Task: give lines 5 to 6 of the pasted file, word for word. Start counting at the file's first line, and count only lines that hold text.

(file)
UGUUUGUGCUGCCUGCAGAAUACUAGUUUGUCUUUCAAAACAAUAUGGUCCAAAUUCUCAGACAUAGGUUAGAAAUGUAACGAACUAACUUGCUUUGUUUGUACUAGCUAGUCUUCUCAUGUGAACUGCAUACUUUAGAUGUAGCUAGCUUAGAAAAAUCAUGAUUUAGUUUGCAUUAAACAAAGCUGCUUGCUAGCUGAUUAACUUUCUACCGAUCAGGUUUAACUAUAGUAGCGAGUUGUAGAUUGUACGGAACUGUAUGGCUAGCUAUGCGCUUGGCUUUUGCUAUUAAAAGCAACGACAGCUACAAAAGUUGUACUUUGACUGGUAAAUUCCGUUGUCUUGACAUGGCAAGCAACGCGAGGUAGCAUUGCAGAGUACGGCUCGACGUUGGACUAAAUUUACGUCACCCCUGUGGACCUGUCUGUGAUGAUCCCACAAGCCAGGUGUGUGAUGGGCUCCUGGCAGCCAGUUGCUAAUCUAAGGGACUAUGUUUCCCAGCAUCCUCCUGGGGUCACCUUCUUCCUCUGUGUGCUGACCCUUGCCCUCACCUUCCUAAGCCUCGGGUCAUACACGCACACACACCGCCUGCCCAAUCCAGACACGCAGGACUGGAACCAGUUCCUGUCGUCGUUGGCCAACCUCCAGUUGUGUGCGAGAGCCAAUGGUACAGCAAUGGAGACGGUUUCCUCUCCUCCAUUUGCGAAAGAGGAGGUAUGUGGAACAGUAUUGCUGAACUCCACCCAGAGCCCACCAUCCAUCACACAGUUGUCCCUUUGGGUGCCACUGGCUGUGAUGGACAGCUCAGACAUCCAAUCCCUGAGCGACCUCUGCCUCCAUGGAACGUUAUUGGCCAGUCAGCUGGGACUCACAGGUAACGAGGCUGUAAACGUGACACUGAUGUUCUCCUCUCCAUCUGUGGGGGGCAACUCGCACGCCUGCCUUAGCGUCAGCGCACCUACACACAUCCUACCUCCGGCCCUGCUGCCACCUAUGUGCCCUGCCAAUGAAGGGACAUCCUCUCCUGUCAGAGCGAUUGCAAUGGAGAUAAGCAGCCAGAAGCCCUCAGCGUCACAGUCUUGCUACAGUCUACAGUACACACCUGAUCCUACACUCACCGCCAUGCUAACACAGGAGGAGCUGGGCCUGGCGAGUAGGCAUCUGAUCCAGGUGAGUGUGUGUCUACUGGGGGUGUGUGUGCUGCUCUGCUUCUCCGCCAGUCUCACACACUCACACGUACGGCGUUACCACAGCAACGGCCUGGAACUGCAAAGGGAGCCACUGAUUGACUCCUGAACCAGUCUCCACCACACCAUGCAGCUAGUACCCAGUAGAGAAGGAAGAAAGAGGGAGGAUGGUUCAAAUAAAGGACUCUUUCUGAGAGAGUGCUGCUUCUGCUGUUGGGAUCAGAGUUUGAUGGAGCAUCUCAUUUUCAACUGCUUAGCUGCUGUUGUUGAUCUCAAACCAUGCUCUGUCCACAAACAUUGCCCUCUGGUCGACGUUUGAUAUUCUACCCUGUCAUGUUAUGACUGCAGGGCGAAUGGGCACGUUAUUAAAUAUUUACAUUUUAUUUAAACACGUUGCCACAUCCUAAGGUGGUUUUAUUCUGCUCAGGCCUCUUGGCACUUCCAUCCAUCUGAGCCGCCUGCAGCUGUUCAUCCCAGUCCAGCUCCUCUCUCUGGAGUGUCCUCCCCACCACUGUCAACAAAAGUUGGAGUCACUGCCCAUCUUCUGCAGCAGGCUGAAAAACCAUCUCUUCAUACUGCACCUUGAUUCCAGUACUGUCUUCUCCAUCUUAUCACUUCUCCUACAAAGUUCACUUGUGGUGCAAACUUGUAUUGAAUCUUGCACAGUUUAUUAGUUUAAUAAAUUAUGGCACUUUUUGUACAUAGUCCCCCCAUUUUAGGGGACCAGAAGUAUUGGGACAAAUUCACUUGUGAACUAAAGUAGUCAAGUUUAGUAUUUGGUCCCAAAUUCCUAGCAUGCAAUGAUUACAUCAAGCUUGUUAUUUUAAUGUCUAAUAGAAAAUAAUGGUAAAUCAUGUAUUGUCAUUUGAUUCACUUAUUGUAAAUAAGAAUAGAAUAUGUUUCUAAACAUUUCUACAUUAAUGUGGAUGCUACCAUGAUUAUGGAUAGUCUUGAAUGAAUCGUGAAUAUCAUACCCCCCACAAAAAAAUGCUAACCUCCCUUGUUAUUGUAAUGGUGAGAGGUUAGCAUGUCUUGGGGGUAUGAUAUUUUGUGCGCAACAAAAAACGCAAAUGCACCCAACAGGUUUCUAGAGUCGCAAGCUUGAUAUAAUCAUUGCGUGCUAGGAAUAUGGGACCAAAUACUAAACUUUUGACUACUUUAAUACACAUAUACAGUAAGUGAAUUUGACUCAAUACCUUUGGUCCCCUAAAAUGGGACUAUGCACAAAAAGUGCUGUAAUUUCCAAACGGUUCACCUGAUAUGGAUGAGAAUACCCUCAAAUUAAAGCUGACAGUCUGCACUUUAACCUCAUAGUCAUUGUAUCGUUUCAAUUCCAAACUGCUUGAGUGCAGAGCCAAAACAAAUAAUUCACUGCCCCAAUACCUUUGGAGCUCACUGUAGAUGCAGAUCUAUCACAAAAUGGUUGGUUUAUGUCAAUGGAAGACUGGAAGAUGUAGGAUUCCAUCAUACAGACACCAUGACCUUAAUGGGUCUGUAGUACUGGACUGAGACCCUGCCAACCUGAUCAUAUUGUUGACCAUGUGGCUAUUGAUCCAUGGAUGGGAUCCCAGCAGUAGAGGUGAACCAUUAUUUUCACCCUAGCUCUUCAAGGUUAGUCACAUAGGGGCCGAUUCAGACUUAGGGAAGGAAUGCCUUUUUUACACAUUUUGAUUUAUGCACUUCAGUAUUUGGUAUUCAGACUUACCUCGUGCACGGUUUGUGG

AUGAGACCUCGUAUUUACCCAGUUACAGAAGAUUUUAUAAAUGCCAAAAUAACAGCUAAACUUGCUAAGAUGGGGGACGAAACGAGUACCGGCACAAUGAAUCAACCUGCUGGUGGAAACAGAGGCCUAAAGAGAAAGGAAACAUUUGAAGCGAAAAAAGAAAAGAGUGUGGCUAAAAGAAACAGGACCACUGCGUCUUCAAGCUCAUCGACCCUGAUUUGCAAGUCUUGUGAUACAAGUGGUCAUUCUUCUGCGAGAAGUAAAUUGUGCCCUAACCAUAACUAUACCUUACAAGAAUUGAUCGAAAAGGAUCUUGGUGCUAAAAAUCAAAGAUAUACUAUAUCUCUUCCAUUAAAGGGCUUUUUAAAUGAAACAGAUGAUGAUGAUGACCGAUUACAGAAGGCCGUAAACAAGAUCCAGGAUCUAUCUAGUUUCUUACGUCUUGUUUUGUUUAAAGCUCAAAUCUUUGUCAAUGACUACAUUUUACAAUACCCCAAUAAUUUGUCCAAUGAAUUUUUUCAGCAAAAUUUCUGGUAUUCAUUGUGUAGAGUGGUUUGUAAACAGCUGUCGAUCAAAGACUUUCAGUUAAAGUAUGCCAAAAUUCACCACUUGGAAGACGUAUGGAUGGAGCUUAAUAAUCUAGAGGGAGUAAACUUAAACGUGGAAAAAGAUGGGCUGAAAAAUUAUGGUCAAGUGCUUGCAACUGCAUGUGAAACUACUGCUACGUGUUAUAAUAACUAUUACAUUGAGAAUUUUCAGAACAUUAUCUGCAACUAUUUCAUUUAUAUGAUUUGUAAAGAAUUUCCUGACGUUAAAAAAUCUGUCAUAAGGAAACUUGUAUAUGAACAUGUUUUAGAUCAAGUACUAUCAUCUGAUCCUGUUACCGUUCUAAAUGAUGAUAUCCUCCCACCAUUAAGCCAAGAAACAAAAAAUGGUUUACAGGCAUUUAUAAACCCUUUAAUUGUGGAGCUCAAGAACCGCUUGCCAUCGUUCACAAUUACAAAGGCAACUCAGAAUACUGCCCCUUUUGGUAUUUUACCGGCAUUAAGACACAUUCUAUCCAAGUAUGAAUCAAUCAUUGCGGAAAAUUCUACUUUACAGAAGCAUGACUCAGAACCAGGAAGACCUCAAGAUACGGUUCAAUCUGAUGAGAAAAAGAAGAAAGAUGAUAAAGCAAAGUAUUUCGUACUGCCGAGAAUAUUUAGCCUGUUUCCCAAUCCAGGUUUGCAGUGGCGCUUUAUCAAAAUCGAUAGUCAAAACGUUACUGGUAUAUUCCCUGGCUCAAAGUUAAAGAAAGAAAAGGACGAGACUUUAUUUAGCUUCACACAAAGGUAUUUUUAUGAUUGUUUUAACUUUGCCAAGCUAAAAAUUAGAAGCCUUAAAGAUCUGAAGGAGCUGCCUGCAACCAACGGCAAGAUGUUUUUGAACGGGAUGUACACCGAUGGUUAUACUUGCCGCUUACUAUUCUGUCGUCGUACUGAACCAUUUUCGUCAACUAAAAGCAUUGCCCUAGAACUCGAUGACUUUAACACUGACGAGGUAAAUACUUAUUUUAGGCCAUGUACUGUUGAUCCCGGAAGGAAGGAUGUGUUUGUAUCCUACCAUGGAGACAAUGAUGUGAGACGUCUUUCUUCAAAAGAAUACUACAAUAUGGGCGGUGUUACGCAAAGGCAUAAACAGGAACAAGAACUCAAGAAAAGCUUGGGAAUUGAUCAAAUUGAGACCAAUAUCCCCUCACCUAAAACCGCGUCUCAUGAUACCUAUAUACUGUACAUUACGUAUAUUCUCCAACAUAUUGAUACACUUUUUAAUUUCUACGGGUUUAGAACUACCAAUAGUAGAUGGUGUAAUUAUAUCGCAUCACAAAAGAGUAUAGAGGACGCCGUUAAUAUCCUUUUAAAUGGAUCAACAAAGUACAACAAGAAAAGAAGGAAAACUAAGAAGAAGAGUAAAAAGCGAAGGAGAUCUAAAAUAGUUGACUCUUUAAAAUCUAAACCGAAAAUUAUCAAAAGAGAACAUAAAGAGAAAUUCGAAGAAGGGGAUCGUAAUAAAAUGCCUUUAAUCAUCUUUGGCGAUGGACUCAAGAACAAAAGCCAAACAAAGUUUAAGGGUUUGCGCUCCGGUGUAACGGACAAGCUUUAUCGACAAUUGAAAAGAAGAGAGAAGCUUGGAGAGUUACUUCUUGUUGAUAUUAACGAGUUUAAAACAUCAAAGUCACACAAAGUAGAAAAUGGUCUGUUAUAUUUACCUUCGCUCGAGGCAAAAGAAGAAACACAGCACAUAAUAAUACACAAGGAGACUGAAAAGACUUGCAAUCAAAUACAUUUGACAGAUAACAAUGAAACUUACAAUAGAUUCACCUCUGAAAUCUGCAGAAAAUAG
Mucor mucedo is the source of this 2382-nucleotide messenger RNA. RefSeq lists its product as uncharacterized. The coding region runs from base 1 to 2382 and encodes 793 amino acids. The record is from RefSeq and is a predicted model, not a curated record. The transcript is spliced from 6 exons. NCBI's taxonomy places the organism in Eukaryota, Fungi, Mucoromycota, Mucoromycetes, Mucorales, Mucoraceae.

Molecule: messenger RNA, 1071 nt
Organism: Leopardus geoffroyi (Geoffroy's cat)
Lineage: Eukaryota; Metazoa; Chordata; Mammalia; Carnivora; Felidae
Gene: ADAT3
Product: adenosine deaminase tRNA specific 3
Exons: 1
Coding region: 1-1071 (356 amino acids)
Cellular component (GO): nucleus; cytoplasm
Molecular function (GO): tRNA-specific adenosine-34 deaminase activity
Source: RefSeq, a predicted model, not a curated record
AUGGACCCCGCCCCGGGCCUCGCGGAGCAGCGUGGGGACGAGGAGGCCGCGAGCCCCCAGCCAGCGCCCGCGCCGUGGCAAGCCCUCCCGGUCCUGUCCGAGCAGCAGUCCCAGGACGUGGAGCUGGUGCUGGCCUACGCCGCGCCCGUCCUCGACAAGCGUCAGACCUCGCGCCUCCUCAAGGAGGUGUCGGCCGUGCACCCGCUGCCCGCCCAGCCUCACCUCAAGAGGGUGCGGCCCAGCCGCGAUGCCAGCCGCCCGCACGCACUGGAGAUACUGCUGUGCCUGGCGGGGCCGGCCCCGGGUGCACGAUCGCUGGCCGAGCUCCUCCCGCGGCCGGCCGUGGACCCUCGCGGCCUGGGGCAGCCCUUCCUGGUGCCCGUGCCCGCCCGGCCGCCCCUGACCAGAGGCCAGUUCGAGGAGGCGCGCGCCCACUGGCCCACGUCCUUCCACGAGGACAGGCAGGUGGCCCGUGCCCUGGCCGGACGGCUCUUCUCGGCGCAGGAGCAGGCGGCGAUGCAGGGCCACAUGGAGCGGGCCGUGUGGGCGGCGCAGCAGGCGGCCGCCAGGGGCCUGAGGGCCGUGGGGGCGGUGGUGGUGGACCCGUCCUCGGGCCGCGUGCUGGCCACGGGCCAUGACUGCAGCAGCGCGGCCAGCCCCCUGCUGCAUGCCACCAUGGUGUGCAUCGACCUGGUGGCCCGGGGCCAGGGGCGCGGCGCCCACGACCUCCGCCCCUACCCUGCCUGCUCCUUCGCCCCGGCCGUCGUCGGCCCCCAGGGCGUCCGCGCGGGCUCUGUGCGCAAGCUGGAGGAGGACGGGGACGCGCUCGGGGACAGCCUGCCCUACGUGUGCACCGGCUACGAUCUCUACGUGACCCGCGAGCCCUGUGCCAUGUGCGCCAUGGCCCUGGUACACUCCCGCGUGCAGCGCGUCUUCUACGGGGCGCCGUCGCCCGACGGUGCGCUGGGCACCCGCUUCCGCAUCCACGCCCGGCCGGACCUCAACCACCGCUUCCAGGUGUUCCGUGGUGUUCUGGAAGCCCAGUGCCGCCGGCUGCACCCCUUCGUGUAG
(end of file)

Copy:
Organism: Leopardus geoffroyi (Geoffroy's cat)
Lineage: Eukaryota; Metazoa; Chordata; Mammalia; Carnivora; Felidae